Review Design & Effectiveness of Controls
What can life sciences companies do to reduce the risk of securities litigation and SEC investigation? To begin with, it is incumbent on every life sciences company to design internal disclosure controls to ensure that any information that might involve a mandatory disclosure under SEC or stock exchange rules or that is otherwise material and could have an impact on the market price of the company’s securities is disclosed.
Next, each company must analyze all the elements of its disclosure system. For example, understanding what type of information is material is important. Managers in key operational areas, such as clinical development and manufacturing, should be aware of how issues within their areas of responsibility can play a role in increasing the risk of securities litigation.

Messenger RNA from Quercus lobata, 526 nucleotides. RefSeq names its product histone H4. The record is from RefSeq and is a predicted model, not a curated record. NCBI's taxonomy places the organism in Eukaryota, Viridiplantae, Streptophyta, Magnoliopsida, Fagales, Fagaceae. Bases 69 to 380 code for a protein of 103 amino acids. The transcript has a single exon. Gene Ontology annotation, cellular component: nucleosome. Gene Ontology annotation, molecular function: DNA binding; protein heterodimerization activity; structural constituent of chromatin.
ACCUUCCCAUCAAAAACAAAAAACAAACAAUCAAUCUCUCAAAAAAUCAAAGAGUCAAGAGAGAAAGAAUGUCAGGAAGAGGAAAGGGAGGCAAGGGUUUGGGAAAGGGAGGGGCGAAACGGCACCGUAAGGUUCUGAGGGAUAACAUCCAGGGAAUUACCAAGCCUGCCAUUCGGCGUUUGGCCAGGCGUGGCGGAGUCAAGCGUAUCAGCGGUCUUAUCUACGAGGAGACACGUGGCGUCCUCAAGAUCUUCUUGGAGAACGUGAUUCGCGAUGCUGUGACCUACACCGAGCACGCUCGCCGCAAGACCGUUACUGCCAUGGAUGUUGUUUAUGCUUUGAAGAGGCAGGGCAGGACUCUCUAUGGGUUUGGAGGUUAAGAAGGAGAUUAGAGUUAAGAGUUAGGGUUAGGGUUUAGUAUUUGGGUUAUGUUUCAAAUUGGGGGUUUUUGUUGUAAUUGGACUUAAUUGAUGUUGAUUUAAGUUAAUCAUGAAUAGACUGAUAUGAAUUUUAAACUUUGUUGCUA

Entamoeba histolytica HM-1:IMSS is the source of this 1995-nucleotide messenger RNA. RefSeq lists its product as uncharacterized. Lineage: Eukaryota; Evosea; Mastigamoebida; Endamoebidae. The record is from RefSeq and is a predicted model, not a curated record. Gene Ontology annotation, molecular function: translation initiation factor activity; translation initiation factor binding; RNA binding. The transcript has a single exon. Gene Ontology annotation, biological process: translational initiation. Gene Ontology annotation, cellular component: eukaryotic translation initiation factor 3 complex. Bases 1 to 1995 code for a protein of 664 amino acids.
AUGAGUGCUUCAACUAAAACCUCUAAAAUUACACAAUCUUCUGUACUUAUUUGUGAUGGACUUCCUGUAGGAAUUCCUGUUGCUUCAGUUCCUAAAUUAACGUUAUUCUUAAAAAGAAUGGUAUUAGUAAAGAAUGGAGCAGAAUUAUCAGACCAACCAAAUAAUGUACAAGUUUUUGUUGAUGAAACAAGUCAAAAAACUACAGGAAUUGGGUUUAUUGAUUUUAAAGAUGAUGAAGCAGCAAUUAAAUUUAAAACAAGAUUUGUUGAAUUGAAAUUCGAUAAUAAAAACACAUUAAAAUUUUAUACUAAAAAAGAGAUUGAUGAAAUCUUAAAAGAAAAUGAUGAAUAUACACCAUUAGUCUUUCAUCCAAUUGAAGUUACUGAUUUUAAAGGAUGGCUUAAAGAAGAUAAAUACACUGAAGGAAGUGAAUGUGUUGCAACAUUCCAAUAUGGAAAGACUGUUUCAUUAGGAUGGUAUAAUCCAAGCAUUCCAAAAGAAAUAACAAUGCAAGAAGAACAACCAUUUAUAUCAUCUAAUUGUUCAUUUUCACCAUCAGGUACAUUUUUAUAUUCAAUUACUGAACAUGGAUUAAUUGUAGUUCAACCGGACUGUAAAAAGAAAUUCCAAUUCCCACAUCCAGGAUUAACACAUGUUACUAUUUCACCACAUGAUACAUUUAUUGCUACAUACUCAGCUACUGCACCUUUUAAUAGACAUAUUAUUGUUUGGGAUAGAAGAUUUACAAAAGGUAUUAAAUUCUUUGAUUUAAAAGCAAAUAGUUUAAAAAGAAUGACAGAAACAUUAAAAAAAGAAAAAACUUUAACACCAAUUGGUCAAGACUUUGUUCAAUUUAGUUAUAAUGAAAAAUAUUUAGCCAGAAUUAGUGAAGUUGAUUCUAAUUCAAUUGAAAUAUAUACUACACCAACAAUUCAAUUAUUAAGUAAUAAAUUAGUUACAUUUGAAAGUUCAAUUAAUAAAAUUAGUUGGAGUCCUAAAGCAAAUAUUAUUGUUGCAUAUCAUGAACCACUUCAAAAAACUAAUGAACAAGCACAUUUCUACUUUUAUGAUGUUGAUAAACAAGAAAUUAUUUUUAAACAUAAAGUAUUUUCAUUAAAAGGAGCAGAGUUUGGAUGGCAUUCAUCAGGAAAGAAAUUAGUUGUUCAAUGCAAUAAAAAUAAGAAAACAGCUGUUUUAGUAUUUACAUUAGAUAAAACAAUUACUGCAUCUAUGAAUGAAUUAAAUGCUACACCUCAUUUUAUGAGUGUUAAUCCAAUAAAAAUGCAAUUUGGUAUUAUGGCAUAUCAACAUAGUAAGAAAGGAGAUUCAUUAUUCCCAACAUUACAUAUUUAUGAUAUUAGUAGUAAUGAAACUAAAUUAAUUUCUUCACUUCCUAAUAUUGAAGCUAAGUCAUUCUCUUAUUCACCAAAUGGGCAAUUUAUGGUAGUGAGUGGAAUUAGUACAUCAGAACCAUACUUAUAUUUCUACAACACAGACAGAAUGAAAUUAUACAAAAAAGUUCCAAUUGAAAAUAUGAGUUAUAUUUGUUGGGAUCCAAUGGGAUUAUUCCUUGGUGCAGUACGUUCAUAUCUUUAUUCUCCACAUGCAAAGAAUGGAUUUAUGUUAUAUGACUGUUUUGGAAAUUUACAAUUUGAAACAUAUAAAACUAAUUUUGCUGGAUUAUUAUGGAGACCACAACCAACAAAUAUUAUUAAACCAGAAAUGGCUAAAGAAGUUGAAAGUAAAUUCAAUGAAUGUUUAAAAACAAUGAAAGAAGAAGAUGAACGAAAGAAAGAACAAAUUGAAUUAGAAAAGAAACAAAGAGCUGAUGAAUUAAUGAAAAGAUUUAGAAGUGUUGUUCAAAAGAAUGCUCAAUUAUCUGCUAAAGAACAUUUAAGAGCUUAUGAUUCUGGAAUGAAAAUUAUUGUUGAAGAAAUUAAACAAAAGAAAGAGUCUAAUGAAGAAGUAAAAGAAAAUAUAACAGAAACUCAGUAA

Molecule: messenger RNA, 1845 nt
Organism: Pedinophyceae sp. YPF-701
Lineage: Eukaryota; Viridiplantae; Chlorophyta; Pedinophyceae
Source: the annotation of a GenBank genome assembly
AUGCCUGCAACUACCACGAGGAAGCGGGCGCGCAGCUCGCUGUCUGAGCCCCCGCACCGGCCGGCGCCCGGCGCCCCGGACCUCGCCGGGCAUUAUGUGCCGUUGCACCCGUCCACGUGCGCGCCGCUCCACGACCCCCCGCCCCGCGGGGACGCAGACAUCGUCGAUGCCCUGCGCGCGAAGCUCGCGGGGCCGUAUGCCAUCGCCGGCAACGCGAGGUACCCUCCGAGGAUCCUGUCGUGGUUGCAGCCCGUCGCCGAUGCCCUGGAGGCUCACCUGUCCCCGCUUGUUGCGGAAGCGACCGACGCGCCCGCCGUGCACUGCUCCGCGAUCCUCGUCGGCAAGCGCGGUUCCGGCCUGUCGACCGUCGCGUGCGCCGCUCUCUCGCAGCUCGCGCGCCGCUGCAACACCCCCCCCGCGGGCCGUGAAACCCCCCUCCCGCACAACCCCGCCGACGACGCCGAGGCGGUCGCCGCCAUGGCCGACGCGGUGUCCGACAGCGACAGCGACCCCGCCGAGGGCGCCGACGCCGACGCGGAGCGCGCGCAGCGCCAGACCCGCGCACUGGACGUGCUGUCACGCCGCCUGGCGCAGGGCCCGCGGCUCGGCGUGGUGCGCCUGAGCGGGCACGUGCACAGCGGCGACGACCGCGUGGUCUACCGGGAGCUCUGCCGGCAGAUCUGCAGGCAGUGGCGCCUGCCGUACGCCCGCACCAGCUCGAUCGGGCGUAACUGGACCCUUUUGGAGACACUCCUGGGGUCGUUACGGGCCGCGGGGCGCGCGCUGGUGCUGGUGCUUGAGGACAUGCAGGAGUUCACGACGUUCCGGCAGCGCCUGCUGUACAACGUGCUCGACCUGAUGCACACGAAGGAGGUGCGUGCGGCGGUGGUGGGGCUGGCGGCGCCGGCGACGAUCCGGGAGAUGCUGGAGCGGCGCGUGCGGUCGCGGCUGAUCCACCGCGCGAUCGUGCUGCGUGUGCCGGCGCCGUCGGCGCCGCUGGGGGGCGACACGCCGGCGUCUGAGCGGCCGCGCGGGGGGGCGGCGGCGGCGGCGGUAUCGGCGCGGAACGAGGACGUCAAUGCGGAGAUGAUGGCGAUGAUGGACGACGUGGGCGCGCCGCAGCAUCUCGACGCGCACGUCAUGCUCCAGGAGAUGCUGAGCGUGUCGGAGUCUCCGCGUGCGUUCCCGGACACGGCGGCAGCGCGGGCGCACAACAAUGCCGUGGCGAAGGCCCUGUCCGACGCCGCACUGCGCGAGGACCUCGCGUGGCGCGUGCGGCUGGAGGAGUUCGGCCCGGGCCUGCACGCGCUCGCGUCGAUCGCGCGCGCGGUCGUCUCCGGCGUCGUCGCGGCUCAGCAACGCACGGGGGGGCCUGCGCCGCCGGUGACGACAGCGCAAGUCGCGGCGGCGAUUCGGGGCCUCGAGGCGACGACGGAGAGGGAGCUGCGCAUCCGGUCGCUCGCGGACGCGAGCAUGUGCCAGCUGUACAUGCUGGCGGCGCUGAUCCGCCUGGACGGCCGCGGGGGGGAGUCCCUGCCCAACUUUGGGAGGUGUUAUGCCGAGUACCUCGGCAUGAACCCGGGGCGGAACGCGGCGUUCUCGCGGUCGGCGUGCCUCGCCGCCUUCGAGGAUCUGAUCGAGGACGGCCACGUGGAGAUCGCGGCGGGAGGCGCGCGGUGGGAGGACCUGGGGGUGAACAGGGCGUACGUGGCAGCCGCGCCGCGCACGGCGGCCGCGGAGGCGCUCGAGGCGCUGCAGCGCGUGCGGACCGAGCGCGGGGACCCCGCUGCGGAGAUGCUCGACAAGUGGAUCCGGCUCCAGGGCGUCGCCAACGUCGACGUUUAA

The company must also be aware of who internally needs to have the information. Clearly senior management, the CEO, and the CFO must have information on a timely basis. However, other organizations, such as financial reporting, investor communications, and legal compliance must also be informed.
Lastly, disclosure controls and procedures are effective only if they provide the company reasonable assurance that material information is being identified, gathered, and communicated appropriately on a timely basis. Hence, every life sciences company must implement procedures to disseminate this information internally.